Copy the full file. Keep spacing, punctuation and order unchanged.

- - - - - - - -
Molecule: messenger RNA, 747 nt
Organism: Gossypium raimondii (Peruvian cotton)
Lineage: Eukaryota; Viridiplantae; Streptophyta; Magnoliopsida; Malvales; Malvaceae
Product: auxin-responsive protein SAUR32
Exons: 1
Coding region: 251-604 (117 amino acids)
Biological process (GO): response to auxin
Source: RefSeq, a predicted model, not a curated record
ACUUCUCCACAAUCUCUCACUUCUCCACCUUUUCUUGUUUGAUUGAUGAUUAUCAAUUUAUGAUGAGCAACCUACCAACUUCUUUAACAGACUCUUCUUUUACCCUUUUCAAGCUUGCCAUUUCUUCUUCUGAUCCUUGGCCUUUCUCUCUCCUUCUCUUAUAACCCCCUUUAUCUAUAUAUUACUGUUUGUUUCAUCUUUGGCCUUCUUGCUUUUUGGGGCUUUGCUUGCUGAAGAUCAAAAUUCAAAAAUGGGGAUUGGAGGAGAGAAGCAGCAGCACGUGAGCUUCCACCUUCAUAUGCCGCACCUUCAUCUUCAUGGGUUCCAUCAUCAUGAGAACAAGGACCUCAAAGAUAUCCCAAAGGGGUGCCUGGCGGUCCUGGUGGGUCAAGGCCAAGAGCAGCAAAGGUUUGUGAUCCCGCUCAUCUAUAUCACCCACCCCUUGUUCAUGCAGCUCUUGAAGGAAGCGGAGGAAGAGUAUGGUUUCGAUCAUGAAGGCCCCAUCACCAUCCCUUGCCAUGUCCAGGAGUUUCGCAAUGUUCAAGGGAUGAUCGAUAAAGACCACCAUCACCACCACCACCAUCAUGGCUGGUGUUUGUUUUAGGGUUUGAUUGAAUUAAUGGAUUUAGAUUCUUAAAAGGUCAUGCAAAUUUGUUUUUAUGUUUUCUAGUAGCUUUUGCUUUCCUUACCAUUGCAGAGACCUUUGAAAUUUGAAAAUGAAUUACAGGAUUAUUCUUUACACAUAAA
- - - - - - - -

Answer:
Molecule: messenger RNA, 747 nt
Organism: Gossypium raimondii (Peruvian cotton)
Lineage: Eukaryota; Viridiplantae; Streptophyta; Magnoliopsida; Malvales; Malvaceae
Product: auxin-responsive protein SAUR32
Exons: 1
Coding region: 251-604 (117 amino acids)
Biological process (GO): response to auxin
Source: RefSeq, a predicted model, not a curated record
ACUUCUCCACAAUCUCUCACUUCUCCACCUUUUCUUGUUUGAUUGAUGAUUAUCAAUUUAUGAUGAGCAACCUACCAACUUCUUUAACAGACUCUUCUUUUACCCUUUUCAAGCUUGCCAUUUCUUCUUCUGAUCCUUGGCCUUUCUCUCUCCUUCUCUUAUAACCCCCUUUAUCUAUAUAUUACUGUUUGUUUCAUCUUUGGCCUUCUUGCUUUUUGGGGCUUUGCUUGCUGAAGAUCAAAAUUCAAAAAUGGGGAUUGGAGGAGAGAAGCAGCAGCACGUGAGCUUCCACCUUCAUAUGCCGCACCUUCAUCUUCAUGGGUUCCAUCAUCAUGAGAACAAGGACCUCAAAGAUAUCCCAAAGGGGUGCCUGGCGGUCCUGGUGGGUCAAGGCCAAGAGCAGCAAAGGUUUGUGAUCCCGCUCAUCUAUAUCACCCACCCCUUGUUCAUGCAGCUCUUGAAGGAAGCGGAGGAAGAGUAUGGUUUCGAUCAUGAAGGCCCCAUCACCAUCCCUUGCCAUGUCCAGGAGUUUCGCAAUGUUCAAGGGAUGAUCGAUAAAGACCACCAUCACCACCACCACCAUCAUGGCUGGUGUUUGUUUUAGGGUUUGAUUGAAUUAAUGGAUUUAGAUUCUUAAAAGGUCAUGCAAAUUUGUUUUUAUGUUUUCUAGUAGCUUUUGCUUUCCUUACCAUUGCAGAGACCUUUGAAAUUUGAAAAUGAAUUACAGGAUUAUUCUUUACACAUAAA